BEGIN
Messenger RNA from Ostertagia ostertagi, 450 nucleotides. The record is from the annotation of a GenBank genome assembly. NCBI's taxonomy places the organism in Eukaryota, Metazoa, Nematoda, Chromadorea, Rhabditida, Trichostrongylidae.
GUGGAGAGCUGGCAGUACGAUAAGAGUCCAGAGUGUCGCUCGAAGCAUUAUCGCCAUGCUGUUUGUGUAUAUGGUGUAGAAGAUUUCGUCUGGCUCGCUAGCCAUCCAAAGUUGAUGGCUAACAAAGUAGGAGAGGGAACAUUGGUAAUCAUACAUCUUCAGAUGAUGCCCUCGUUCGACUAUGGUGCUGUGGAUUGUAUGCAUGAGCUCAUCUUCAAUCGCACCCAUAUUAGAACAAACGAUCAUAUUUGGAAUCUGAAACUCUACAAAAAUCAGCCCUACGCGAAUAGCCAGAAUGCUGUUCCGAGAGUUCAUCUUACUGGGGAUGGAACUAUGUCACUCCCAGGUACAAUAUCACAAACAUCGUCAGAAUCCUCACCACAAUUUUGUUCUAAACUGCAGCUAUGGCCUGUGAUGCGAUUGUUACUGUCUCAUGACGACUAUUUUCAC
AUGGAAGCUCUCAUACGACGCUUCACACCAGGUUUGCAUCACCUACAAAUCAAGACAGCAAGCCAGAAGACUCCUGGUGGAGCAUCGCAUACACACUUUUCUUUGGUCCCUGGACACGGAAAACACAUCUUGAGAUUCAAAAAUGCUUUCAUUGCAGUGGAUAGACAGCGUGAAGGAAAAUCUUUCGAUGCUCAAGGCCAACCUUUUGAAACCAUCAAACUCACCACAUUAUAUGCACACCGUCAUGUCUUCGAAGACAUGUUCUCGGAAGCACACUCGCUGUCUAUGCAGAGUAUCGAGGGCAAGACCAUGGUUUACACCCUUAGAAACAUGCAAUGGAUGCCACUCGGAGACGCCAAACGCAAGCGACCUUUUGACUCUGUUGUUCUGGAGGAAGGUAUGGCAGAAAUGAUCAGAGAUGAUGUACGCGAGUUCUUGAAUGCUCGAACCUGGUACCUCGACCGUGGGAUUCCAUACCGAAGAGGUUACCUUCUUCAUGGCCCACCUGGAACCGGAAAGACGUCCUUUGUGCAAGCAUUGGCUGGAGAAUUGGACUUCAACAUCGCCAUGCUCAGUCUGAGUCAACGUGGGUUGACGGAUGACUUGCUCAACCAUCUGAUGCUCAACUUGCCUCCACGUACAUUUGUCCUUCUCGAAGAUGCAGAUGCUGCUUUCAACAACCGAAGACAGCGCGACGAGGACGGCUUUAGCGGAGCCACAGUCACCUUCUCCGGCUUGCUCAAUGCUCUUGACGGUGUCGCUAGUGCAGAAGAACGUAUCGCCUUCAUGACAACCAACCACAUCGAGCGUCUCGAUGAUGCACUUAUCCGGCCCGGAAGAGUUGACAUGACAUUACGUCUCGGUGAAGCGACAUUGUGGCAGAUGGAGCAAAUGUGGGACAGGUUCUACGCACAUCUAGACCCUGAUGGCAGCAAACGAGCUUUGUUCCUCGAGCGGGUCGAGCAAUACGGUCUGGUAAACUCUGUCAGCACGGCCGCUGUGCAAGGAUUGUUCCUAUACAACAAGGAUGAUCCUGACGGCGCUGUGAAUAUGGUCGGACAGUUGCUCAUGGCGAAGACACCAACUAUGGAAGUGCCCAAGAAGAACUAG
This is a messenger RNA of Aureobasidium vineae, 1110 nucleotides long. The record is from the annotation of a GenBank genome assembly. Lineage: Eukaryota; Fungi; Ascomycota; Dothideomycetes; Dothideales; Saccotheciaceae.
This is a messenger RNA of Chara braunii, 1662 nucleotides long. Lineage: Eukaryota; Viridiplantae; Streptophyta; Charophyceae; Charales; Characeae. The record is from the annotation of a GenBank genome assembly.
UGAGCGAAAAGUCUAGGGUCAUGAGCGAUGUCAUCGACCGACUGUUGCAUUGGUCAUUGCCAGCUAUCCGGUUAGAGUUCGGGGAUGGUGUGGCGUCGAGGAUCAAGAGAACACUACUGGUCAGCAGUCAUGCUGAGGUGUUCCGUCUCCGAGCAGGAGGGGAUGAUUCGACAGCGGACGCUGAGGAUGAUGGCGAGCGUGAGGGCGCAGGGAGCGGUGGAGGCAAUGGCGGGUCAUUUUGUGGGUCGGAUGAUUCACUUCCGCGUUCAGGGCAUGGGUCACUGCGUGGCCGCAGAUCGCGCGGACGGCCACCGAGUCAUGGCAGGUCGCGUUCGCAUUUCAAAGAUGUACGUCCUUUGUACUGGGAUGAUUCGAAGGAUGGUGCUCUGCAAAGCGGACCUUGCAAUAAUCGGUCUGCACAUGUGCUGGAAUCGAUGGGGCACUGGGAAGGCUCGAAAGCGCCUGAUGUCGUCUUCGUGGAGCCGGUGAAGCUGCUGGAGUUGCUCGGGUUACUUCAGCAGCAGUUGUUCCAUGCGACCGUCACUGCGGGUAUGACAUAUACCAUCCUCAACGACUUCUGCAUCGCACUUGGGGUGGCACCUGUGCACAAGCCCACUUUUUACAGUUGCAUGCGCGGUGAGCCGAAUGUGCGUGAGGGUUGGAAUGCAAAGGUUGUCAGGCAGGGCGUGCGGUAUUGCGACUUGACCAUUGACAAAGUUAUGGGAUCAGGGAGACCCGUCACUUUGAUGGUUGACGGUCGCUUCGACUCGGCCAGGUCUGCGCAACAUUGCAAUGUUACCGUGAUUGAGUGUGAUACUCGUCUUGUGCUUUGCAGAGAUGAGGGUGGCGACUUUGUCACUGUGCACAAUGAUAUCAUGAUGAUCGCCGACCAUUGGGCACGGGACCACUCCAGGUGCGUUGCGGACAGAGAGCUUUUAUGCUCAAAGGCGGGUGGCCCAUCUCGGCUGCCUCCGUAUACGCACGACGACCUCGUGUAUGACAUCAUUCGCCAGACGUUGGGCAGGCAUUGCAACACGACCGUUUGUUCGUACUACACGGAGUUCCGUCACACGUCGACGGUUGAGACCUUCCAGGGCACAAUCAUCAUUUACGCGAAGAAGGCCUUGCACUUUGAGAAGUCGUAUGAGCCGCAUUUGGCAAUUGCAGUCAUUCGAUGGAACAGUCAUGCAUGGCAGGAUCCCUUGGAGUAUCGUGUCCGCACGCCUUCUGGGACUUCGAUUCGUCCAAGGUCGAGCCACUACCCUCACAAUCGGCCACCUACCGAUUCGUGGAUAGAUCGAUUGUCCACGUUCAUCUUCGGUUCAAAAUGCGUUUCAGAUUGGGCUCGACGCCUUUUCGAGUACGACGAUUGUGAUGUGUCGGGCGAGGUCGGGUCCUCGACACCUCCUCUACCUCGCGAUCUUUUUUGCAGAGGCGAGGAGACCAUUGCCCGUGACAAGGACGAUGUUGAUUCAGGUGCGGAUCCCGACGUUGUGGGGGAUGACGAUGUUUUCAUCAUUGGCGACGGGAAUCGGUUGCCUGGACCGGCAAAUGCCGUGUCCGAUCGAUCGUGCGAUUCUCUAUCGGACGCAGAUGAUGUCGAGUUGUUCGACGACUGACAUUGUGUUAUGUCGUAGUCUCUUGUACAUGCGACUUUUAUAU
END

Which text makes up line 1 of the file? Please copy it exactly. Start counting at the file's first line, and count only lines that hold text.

Messenger RNA from Ostertagia ostertagi, 450 nucleotides. The record is from the annotation of a GenBank genome assembly. NCBI's taxonomy places the organism in Eukaryota, Metazoa, Nematoda, Chromadorea, Rhabditida, Trichostrongylidae.